Dismiss Notice
Join Physics Forums Today!
The friendliest, high quality science and math community on the planet! Everyone who loves science is here!

Regarding the Clifford algebra and spinors

  1. Feb 15, 2013 #1
    Hello! I´m currently taking a course in RQM and have some questions for which I didnt get any satisfactory answers on the lecture. All comments are appricieted!

    1. Is the gamma zero tensor some kind of metric in the space for spinors? When normalizing our solution to the Dirac equation it seems as we use them exactly as our metric in SR.

    2. As I understood it the gamma matricies are Lorentz invariant tensors. However when taking the norm of a spinor describing a particle moving in lets say the z-direction we get a answer that depends on the energy (only one component of our 4-momentum). In other words it seems as if our normalization is not invariant under Lorentz transformations and therefore not gamma 0?

    Thanks in advance!
  2. jcsd
  3. Feb 15, 2013 #2


    User Avatar
    Science Advisor

    For a Lorentz 4-vector, x·x is not invariant. To get an invariant you have to insert a metric, x·η·x where η = (-1, 1, 1, 1).

    Likewise for spinors, ψψ is not an invariant, you must insert a 4x4 matrix that acts like a metric, and consider instead ψ†ηψ. Now if a Dirac spinor transforms like ψ → Lψ under a Lorentz transformation, then ψηψ → ψLηLψ, and so the condition that this quantity is a Lorentz scalar is LηL = η. The solution is η = γ0.
  4. Feb 15, 2013 #3
    Yes! This is what I mean when I say that it seems as we use the gamma 0 tensor as a metric. However ψγ0ψ = 1 - (p_z/E+m)2 for a particle moving in the z direction. Is the RHS really a Lorentz scalar?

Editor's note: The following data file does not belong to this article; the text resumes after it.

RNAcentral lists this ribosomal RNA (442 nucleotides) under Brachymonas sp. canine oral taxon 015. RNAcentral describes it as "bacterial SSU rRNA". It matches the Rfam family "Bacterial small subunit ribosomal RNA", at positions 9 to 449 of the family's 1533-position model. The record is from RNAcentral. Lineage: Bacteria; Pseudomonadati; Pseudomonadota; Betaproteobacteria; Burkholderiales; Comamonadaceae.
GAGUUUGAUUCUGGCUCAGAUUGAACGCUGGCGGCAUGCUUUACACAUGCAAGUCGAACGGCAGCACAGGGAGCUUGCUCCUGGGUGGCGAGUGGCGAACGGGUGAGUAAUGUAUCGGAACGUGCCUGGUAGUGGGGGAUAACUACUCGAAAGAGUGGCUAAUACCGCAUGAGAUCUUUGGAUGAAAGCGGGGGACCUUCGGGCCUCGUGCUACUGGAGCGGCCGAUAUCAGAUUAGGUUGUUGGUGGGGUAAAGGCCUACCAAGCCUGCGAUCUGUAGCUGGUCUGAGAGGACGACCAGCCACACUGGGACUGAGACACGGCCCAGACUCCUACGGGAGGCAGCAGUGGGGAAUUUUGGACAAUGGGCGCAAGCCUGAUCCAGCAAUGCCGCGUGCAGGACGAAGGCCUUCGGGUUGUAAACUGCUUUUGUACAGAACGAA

Is it mathematically correct to actually call γ0 our metric in the space of spinors? Or is this just a smiliarity of how we use an metric?
  5. Feb 16, 2013 #4
    Surely, if the electron is moving along the z axis then [itex]p_z = p[/itex] and then
    [tex]1 - (\frac{p}{(E + m)})^2 = \frac{E^2 + 2Em + m^2 - p^2}{(E + m)^2} = \frac{2m}{(E + m)}[/tex]
    I'm no expert, but this doesn't look invariant to me.
  6. Feb 16, 2013 #5


    User Avatar
    Science Advisor

    The correctly normalized plane wave solution has an additional factor of ((E + m)/2m)½ in front. E.g. Bjorken and Drell vol I gives the plane wave solution as

    ψ(pz) = ((E + m)/2m)½(pz/(E + m), 0, 1, 0)

    Multiply your answer of 2m/(E + m) by this additional factor squared, and you get 1.
  7. Feb 16, 2013 #6
    for free particle spinors,the convention is
    u-u=2mS[itex]\dagger[/itex]S,where S is two component spinor normalized by
  8. Feb 16, 2013 #7
    Thanks Bill
  9. Feb 16, 2013 #8
    Yeah I agree with you, but dont you see the problem I´m pointing at? :)

    1) Our metric (γ0) defines an inner product which gives us a norm, |ψ|2 = ψηψ.
    2)When I calculate the norm of a spinor it is dependent of its energy.
    3) Energy is not a Lorentz scalar so the norm is not invariant under Lorentz transformations.

    So it seems to me that our metric is not Lorentz invariant. But I assume that there is some misunderstanding in my logic..
  10. Feb 16, 2013 #9


    User Avatar
    Science Advisor

    No sorry, if that's the case, you're using improperly normalized wavefunctions! See above:
    The norm of this wavefunction is ψψ = 1, as it should be. The plane wave solution is derived by taking a solution at rest and Lorentz transforming it, so its norm is guaranteed to be Lorentz invariant, by construction.

    The full set of wavefunctions for given p consist of two positive energy solutions ur(p) and two negative energy solutions vr(p) where r = ±1 is the spin coordinate. The normalization is:
    ur(p)us(p) = δrs
    vr(p)vs(p) = - δrs
    ur(p)vs(p) = vr(p)us(p) = 0
  11. Feb 17, 2013 #10
    Yeah, Im with you now. Dont know why but I regareded your additional normalization factor as a dimensionless constant which only normalizes for one inertial frame. :)
Share this great discussion with others via Reddit, Google+, Twitter, or Facebook